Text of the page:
Basic Biographical Details
|Name: ||Alexander Robert Fordyce Anderson |
|Designation: ||Architect |
|Born: ||15 May 1906 |
|Died: ||21 October 1963 |
|Bio Notes: ||Alexander Robert Fordyce Anderson was born in Dundee on 15 May 1906 and studied at the Architectural Association Schools from October 1923 to July 1925. In September of the latter year he entered the office of Maclaren Soutar & Salmond in Dundee as an apprentice, and he remained there until March 1929 when he returned to London, joining Wimperis, Simpson & Guthrie as assistant. He passed the final exam in December 1931 and was admitted ARIBA early the following year, his proposers being William Salmond, Charles Geddes Soutar and Leonard Rome Guthrie. The Depression caused him to move to Dublin as assistant to W H Byrne at some point in 1931. |
Anderson returned to London in 1933, forming a partnership with E Forster, EA Warren and J W Wilcox in 1934, initially in one large room in Pall Mall, moving to New Square, Lincolnís Inn as the practice grew. The practice had to be suspended at the beginning of the Second World War when most of the partners were called up, Anderson himself joining the Ministry of Aircraft Production.
After the Second World War the practice reopened at New Square as Anderson Forster & Wilcox. Warren had died in the evacuation of St Nazaire. The post war years were spent mainly on repairs and reconstruction of war damage, notably at Lincolnís Inn, the largest commissions for new buildings being the Daily Mirror Building at Holburn Circus designed in association with Sir Owen Williams, and Orbit House in New Fetter Lane.
Anderson was admitted FRIBA in 1943. He was a prominent member of the RIBA, visiting the Hong Kong School to report on its suitability for recognition, and of the Architectural Association, rising to be President of its Council. He was in demand for arbitration work, notably in a dispute between the Emir of Saudi Arabia and a British firm of contractors over the building of the Emirís palace and harem complex. Contemporaries described him as a Colonel Blimp-like figure with a briar pipe who was in fact a radical who did not suffer fools: he nevertheless had a marked affection for cranks and eccentrics. He died suddenly on 21 October 1963.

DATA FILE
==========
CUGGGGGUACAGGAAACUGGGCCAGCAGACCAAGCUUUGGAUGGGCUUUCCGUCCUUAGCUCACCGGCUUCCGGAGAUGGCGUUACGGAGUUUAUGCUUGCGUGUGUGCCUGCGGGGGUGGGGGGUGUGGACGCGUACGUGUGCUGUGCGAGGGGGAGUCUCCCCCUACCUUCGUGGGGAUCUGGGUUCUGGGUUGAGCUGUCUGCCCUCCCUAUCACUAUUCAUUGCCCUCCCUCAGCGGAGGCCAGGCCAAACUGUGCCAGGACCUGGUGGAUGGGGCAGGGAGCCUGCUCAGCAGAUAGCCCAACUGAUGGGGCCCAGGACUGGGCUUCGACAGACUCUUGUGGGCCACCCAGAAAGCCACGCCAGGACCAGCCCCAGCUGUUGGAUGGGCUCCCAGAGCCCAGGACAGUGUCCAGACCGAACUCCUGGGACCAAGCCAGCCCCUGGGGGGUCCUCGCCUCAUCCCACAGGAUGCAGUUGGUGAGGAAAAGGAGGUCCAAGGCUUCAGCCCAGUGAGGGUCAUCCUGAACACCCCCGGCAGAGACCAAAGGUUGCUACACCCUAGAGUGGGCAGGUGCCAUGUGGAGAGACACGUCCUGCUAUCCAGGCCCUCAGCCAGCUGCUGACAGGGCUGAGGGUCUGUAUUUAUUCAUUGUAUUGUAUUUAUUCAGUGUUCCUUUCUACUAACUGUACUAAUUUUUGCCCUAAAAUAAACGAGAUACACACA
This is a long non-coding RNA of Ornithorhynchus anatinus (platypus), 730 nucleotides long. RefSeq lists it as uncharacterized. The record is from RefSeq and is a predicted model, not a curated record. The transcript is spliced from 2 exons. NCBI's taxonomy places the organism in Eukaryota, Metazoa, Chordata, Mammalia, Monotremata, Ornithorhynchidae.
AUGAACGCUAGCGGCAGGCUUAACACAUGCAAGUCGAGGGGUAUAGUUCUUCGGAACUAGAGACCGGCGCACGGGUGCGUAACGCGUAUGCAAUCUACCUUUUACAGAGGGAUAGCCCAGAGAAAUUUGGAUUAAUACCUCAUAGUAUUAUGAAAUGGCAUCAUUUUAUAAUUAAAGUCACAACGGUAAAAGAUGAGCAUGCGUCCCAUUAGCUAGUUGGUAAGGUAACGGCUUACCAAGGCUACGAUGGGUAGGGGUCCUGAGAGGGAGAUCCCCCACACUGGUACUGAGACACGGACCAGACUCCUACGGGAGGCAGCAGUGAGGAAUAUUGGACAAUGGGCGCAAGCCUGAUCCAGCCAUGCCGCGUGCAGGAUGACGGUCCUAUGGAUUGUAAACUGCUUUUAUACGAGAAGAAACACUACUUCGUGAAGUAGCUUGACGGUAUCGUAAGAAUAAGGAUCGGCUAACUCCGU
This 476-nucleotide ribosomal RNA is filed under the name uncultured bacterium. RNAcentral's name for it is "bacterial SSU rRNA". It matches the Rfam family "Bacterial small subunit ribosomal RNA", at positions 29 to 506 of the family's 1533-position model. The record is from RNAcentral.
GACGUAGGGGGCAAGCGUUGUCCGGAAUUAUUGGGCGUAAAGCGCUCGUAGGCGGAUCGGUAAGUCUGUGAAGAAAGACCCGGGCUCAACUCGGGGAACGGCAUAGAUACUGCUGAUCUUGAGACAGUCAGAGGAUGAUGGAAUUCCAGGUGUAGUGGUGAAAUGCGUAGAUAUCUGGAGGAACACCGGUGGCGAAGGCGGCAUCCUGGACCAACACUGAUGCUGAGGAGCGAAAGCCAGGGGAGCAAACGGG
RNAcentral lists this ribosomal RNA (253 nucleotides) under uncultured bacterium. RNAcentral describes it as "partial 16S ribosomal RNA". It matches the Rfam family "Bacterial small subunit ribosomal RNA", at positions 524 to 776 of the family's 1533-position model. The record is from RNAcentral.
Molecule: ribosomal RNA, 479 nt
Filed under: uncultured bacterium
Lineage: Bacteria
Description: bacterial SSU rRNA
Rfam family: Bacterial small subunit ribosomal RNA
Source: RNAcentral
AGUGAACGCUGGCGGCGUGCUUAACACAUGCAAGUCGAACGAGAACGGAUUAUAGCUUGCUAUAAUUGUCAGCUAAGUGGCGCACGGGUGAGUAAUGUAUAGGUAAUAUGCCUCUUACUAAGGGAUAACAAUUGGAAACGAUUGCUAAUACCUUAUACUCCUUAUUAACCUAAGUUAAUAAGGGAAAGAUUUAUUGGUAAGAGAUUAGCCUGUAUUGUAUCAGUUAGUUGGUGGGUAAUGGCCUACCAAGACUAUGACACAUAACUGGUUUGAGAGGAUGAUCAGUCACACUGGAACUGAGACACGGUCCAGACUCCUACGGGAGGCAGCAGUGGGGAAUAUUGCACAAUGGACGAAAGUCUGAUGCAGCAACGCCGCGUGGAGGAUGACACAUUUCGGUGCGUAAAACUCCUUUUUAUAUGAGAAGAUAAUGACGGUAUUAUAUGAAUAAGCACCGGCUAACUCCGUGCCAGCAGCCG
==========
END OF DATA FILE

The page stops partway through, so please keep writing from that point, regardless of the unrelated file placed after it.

Private and Business Addresses
|The following private or business addresses are associated with this architect:|
| ||Address||Type||Date from||Date to||Notes|
|4, Bingham Terrace, Dundee, Scotland||Private||1932 *|| || |
* earliest date known from documented sources.
Employment and Training
|The following periodicals contain references to this architect:|
| ||Periodical Name||Date||Edition||Publisher||Notes|
|RIBA Journal||1963||v70||London: Royal Institute of British Architects||p522|
|The following archives hold material relating to this architect:|
| ||Source||Archive Name||Source Catalogue No.||Notes|
|RIBA Archive, Victoria & Albert Museum||RIBA Nomination Papers|| ||A no4849 (combined box 39); F no3970 (box 30)|